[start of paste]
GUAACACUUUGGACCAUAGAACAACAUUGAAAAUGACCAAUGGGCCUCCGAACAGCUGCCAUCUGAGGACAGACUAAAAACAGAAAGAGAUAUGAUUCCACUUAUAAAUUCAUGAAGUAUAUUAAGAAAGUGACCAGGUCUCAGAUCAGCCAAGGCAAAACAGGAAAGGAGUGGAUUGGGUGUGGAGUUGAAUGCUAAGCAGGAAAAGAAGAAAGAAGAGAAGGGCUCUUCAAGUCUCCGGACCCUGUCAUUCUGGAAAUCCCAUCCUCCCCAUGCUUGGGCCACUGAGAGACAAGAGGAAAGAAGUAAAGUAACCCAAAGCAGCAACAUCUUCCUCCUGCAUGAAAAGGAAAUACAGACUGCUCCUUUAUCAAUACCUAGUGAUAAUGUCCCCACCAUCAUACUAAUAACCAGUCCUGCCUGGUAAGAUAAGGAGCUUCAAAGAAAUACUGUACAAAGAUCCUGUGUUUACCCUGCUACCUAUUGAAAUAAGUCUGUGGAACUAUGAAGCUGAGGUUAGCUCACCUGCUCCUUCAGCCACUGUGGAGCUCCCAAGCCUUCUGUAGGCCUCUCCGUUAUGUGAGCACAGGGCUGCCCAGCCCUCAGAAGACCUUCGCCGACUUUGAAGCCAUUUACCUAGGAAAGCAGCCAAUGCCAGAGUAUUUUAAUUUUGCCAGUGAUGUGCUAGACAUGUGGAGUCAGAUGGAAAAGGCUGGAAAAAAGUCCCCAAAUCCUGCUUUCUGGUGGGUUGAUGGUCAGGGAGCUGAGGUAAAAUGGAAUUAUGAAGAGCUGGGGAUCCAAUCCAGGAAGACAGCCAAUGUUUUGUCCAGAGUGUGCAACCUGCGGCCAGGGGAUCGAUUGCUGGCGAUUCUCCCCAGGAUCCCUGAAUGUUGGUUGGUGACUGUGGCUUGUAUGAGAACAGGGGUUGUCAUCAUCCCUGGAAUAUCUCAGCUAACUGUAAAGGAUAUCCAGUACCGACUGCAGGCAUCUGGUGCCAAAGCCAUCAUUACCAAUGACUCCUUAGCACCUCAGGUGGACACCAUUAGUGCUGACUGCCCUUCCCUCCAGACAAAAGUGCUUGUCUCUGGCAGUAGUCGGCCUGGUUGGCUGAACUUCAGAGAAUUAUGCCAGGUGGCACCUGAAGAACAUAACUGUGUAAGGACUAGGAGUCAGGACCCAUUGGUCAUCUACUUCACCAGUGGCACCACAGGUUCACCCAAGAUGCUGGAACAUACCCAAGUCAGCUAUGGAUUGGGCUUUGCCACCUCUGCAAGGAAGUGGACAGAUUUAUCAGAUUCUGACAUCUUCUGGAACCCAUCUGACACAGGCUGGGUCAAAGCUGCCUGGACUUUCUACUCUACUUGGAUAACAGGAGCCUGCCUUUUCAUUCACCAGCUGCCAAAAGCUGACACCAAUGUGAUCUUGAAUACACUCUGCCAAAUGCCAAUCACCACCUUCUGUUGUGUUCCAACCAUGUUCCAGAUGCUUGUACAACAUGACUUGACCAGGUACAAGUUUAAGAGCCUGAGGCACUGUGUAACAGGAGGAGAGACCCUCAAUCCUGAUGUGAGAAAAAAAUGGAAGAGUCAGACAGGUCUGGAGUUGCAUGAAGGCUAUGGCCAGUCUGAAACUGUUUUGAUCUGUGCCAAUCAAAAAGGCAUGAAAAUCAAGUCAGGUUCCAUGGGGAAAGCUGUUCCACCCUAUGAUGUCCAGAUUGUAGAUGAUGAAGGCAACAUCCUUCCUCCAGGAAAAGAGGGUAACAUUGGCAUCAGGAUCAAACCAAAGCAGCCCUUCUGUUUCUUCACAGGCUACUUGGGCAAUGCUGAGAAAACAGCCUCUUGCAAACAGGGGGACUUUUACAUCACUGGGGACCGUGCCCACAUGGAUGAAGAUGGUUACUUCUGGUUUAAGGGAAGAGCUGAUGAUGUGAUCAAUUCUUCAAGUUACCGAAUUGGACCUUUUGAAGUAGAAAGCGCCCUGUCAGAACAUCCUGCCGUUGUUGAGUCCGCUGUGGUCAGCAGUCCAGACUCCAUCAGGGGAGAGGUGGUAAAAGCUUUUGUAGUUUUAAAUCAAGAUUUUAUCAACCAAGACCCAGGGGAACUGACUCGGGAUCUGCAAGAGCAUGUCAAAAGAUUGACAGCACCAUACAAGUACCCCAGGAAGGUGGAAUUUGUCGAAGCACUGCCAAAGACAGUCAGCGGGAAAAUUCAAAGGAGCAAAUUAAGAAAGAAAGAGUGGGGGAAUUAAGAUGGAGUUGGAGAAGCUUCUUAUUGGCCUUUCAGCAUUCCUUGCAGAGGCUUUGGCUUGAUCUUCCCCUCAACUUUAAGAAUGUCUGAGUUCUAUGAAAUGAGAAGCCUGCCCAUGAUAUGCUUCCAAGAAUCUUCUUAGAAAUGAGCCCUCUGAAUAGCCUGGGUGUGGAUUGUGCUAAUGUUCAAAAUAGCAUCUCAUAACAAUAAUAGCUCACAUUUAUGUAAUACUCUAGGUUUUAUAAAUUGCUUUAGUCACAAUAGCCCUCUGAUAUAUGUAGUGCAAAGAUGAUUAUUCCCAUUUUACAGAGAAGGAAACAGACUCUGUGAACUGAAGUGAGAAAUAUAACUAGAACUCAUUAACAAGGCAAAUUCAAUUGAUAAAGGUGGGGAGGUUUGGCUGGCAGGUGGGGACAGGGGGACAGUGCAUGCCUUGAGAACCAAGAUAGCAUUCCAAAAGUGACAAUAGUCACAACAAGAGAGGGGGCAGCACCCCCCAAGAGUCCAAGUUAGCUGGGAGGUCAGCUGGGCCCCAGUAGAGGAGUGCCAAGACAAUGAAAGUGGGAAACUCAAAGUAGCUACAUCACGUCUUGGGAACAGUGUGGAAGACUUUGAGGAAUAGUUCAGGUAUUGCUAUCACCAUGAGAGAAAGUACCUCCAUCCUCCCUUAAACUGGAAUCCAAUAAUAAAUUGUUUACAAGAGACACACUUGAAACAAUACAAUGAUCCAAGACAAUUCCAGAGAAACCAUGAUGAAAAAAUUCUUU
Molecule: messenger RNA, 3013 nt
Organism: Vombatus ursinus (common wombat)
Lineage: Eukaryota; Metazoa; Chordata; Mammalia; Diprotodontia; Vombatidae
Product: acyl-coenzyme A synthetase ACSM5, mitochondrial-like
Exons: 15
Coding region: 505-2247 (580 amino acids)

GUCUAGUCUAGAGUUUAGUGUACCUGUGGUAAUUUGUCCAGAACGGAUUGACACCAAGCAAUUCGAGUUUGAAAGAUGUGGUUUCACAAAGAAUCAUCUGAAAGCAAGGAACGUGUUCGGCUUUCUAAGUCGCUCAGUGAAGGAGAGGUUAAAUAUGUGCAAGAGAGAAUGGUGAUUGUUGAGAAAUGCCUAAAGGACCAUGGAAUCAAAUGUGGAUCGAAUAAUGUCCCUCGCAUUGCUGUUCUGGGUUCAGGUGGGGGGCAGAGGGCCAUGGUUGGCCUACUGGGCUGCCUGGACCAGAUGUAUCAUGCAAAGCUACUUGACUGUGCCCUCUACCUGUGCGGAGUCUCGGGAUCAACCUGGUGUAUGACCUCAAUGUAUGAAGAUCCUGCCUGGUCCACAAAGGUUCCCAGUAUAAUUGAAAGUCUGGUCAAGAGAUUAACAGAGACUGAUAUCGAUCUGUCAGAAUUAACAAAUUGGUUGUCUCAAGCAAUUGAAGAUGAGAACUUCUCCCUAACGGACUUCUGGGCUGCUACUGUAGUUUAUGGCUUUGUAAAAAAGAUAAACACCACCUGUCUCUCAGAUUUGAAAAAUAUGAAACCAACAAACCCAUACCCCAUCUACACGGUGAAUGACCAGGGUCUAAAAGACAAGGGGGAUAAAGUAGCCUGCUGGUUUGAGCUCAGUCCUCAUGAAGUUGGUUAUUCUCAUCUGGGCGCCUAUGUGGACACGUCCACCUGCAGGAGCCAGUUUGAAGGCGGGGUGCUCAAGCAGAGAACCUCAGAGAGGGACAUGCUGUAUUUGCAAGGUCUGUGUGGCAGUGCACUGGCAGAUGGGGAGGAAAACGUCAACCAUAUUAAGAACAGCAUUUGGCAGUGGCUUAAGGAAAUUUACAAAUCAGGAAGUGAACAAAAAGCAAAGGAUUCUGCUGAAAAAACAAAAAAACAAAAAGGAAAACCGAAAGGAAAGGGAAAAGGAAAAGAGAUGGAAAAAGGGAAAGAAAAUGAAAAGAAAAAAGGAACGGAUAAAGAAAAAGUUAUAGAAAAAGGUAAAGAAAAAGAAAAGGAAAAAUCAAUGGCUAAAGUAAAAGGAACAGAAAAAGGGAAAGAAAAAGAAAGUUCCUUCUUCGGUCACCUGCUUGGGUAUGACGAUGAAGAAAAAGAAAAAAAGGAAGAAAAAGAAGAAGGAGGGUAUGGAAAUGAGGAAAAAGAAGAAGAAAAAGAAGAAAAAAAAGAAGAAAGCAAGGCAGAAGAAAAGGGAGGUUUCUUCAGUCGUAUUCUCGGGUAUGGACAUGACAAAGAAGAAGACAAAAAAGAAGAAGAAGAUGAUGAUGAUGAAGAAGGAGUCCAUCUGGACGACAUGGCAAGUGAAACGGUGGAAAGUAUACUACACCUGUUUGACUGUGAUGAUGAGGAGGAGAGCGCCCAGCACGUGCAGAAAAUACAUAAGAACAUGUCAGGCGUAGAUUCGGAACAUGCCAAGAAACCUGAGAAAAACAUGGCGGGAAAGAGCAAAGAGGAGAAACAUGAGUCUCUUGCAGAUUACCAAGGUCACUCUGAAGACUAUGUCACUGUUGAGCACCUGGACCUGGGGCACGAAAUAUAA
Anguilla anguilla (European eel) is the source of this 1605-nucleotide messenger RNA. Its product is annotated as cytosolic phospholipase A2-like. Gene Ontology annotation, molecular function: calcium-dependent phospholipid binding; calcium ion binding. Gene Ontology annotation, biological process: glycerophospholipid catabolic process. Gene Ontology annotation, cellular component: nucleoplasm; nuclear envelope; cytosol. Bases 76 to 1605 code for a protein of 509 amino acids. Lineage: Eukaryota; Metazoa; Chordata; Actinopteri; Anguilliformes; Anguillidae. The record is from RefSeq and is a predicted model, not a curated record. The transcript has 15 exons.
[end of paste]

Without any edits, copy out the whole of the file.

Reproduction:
GUAACACUUUGGACCAUAGAACAACAUUGAAAAUGACCAAUGGGCCUCCGAACAGCUGCCAUCUGAGGACAGACUAAAAACAGAAAGAGAUAUGAUUCCACUUAUAAAUUCAUGAAGUAUAUUAAGAAAGUGACCAGGUCUCAGAUCAGCCAAGGCAAAACAGGAAAGGAGUGGAUUGGGUGUGGAGUUGAAUGCUAAGCAGGAAAAGAAGAAAGAAGAGAAGGGCUCUUCAAGUCUCCGGACCCUGUCAUUCUGGAAAUCCCAUCCUCCCCAUGCUUGGGCCACUGAGAGACAAGAGGAAAGAAGUAAAGUAACCCAAAGCAGCAACAUCUUCCUCCUGCAUGAAAAGGAAAUACAGACUGCUCCUUUAUCAAUACCUAGUGAUAAUGUCCCCACCAUCAUACUAAUAACCAGUCCUGCCUGGUAAGAUAAGGAGCUUCAAAGAAAUACUGUACAAAGAUCCUGUGUUUACCCUGCUACCUAUUGAAAUAAGUCUGUGGAACUAUGAAGCUGAGGUUAGCUCACCUGCUCCUUCAGCCACUGUGGAGCUCCCAAGCCUUCUGUAGGCCUCUCCGUUAUGUGAGCACAGGGCUGCCCAGCCCUCAGAAGACCUUCGCCGACUUUGAAGCCAUUUACCUAGGAAAGCAGCCAAUGCCAGAGUAUUUUAAUUUUGCCAGUGAUGUGCUAGACAUGUGGAGUCAGAUGGAAAAGGCUGGAAAAAAGUCCCCAAAUCCUGCUUUCUGGUGGGUUGAUGGUCAGGGAGCUGAGGUAAAAUGGAAUUAUGAAGAGCUGGGGAUCCAAUCCAGGAAGACAGCCAAUGUUUUGUCCAGAGUGUGCAACCUGCGGCCAGGGGAUCGAUUGCUGGCGAUUCUCCCCAGGAUCCCUGAAUGUUGGUUGGUGACUGUGGCUUGUAUGAGAACAGGGGUUGUCAUCAUCCCUGGAAUAUCUCAGCUAACUGUAAAGGAUAUCCAGUACCGACUGCAGGCAUCUGGUGCCAAAGCCAUCAUUACCAAUGACUCCUUAGCACCUCAGGUGGACACCAUUAGUGCUGACUGCCCUUCCCUCCAGACAAAAGUGCUUGUCUCUGGCAGUAGUCGGCCUGGUUGGCUGAACUUCAGAGAAUUAUGCCAGGUGGCACCUGAAGAACAUAACUGUGUAAGGACUAGGAGUCAGGACCCAUUGGUCAUCUACUUCACCAGUGGCACCACAGGUUCACCCAAGAUGCUGGAACAUACCCAAGUCAGCUAUGGAUUGGGCUUUGCCACCUCUGCAAGGAAGUGGACAGAUUUAUCAGAUUCUGACAUCUUCUGGAACCCAUCUGACACAGGCUGGGUCAAAGCUGCCUGGACUUUCUACUCUACUUGGAUAACAGGAGCCUGCCUUUUCAUUCACCAGCUGCCAAAAGCUGACACCAAUGUGAUCUUGAAUACACUCUGCCAAAUGCCAAUCACCACCUUCUGUUGUGUUCCAACCAUGUUCCAGAUGCUUGUACAACAUGACUUGACCAGGUACAAGUUUAAGAGCCUGAGGCACUGUGUAACAGGAGGAGAGACCCUCAAUCCUGAUGUGAGAAAAAAAUGGAAGAGUCAGACAGGUCUGGAGUUGCAUGAAGGCUAUGGCCAGUCUGAAACUGUUUUGAUCUGUGCCAAUCAAAAAGGCAUGAAAAUCAAGUCAGGUUCCAUGGGGAAAGCUGUUCCACCCUAUGAUGUCCAGAUUGUAGAUGAUGAAGGCAACAUCCUUCCUCCAGGAAAAGAGGGUAACAUUGGCAUCAGGAUCAAACCAAAGCAGCCCUUCUGUUUCUUCACAGGCUACUUGGGCAAUGCUGAGAAAACAGCCUCUUGCAAACAGGGGGACUUUUACAUCACUGGGGACCGUGCCCACAUGGAUGAAGAUGGUUACUUCUGGUUUAAGGGAAGAGCUGAUGAUGUGAUCAAUUCUUCAAGUUACCGAAUUGGACCUUUUGAAGUAGAAAGCGCCCUGUCAGAACAUCCUGCCGUUGUUGAGUCCGCUGUGGUCAGCAGUCCAGACUCCAUCAGGGGAGAGGUGGUAAAAGCUUUUGUAGUUUUAAAUCAAGAUUUUAUCAACCAAGACCCAGGGGAACUGACUCGGGAUCUGCAAGAGCAUGUCAAAAGAUUGACAGCACCAUACAAGUACCCCAGGAAGGUGGAAUUUGUCGAAGCACUGCCAAAGACAGUCAGCGGGAAAAUUCAAAGGAGCAAAUUAAGAAAGAAAGAGUGGGGGAAUUAAGAUGGAGUUGGAGAAGCUUCUUAUUGGCCUUUCAGCAUUCCUUGCAGAGGCUUUGGCUUGAUCUUCCCCUCAACUUUAAGAAUGUCUGAGUUCUAUGAAAUGAGAAGCCUGCCCAUGAUAUGCUUCCAAGAAUCUUCUUAGAAAUGAGCCCUCUGAAUAGCCUGGGUGUGGAUUGUGCUAAUGUUCAAAAUAGCAUCUCAUAACAAUAAUAGCUCACAUUUAUGUAAUACUCUAGGUUUUAUAAAUUGCUUUAGUCACAAUAGCCCUCUGAUAUAUGUAGUGCAAAGAUGAUUAUUCCCAUUUUACAGAGAAGGAAACAGACUCUGUGAACUGAAGUGAGAAAUAUAACUAGAACUCAUUAACAAGGCAAAUUCAAUUGAUAAAGGUGGGGAGGUUUGGCUGGCAGGUGGGGACAGGGGGACAGUGCAUGCCUUGAGAACCAAGAUAGCAUUCCAAAAGUGACAAUAGUCACAACAAGAGAGGGGGCAGCACCCCCCAAGAGUCCAAGUUAGCUGGGAGGUCAGCUGGGCCCCAGUAGAGGAGUGCCAAGACAAUGAAAGUGGGAAACUCAAAGUAGCUACAUCACGUCUUGGGAACAGUGUGGAAGACUUUGAGGAAUAGUUCAGGUAUUGCUAUCACCAUGAGAGAAAGUACCUCCAUCCUCCCUUAAACUGGAAUCCAAUAAUAAAUUGUUUACAAGAGACACACUUGAAACAAUACAAUGAUCCAAGACAAUUCCAGAGAAACCAUGAUGAAAAAAUUCUUU
Molecule: messenger RNA, 3013 nt
Organism: Vombatus ursinus (common wombat)
Lineage: Eukaryota; Metazoa; Chordata; Mammalia; Diprotodontia; Vombatidae
Product: acyl-coenzyme A synthetase ACSM5, mitochondrial-like
Exons: 15
Coding region: 505-2247 (580 amino acids)

GUCUAGUCUAGAGUUUAGUGUACCUGUGGUAAUUUGUCCAGAACGGAUUGACACCAAGCAAUUCGAGUUUGAAAGAUGUGGUUUCACAAAGAAUCAUCUGAAAGCAAGGAACGUGUUCGGCUUUCUAAGUCGCUCAGUGAAGGAGAGGUUAAAUAUGUGCAAGAGAGAAUGGUGAUUGUUGAGAAAUGCCUAAAGGACCAUGGAAUCAAAUGUGGAUCGAAUAAUGUCCCUCGCAUUGCUGUUCUGGGUUCAGGUGGGGGGCAGAGGGCCAUGGUUGGCCUACUGGGCUGCCUGGACCAGAUGUAUCAUGCAAAGCUACUUGACUGUGCCCUCUACCUGUGCGGAGUCUCGGGAUCAACCUGGUGUAUGACCUCAAUGUAUGAAGAUCCUGCCUGGUCCACAAAGGUUCCCAGUAUAAUUGAAAGUCUGGUCAAGAGAUUAACAGAGACUGAUAUCGAUCUGUCAGAAUUAACAAAUUGGUUGUCUCAAGCAAUUGAAGAUGAGAACUUCUCCCUAACGGACUUCUGGGCUGCUACUGUAGUUUAUGGCUUUGUAAAAAAGAUAAACACCACCUGUCUCUCAGAUUUGAAAAAUAUGAAACCAACAAACCCAUACCCCAUCUACACGGUGAAUGACCAGGGUCUAAAAGACAAGGGGGAUAAAGUAGCCUGCUGGUUUGAGCUCAGUCCUCAUGAAGUUGGUUAUUCUCAUCUGGGCGCCUAUGUGGACACGUCCACCUGCAGGAGCCAGUUUGAAGGCGGGGUGCUCAAGCAGAGAACCUCAGAGAGGGACAUGCUGUAUUUGCAAGGUCUGUGUGGCAGUGCACUGGCAGAUGGGGAGGAAAACGUCAACCAUAUUAAGAACAGCAUUUGGCAGUGGCUUAAGGAAAUUUACAAAUCAGGAAGUGAACAAAAAGCAAAGGAUUCUGCUGAAAAAACAAAAAAACAAAAAGGAAAACCGAAAGGAAAGGGAAAAGGAAAAGAGAUGGAAAAAGGGAAAGAAAAUGAAAAGAAAAAAGGAACGGAUAAAGAAAAAGUUAUAGAAAAAGGUAAAGAAAAAGAAAAGGAAAAAUCAAUGGCUAAAGUAAAAGGAACAGAAAAAGGGAAAGAAAAAGAAAGUUCCUUCUUCGGUCACCUGCUUGGGUAUGACGAUGAAGAAAAAGAAAAAAAGGAAGAAAAAGAAGAAGGAGGGUAUGGAAAUGAGGAAAAAGAAGAAGAAAAAGAAGAAAAAAAAGAAGAAAGCAAGGCAGAAGAAAAGGGAGGUUUCUUCAGUCGUAUUCUCGGGUAUGGACAUGACAAAGAAGAAGACAAAAAAGAAGAAGAAGAUGAUGAUGAUGAAGAAGGAGUCCAUCUGGACGACAUGGCAAGUGAAACGGUGGAAAGUAUACUACACCUGUUUGACUGUGAUGAUGAGGAGGAGAGCGCCCAGCACGUGCAGAAAAUACAUAAGAACAUGUCAGGCGUAGAUUCGGAACAUGCCAAGAAACCUGAGAAAAACAUGGCGGGAAAGAGCAAAGAGGAGAAACAUGAGUCUCUUGCAGAUUACCAAGGUCACUCUGAAGACUAUGUCACUGUUGAGCACCUGGACCUGGGGCACGAAAUAUAA
Anguilla anguilla (European eel) is the source of this 1605-nucleotide messenger RNA. Its product is annotated as cytosolic phospholipase A2-like. Gene Ontology annotation, molecular function: calcium-dependent phospholipid binding; calcium ion binding. Gene Ontology annotation, biological process: glycerophospholipid catabolic process. Gene Ontology annotation, cellular component: nucleoplasm; nuclear envelope; cytosol. Bases 76 to 1605 code for a protein of 509 amino acids. Lineage: Eukaryota; Metazoa; Chordata; Actinopteri; Anguilliformes; Anguillidae. The record is from RefSeq and is a predicted model, not a curated record. The transcript has 15 exons.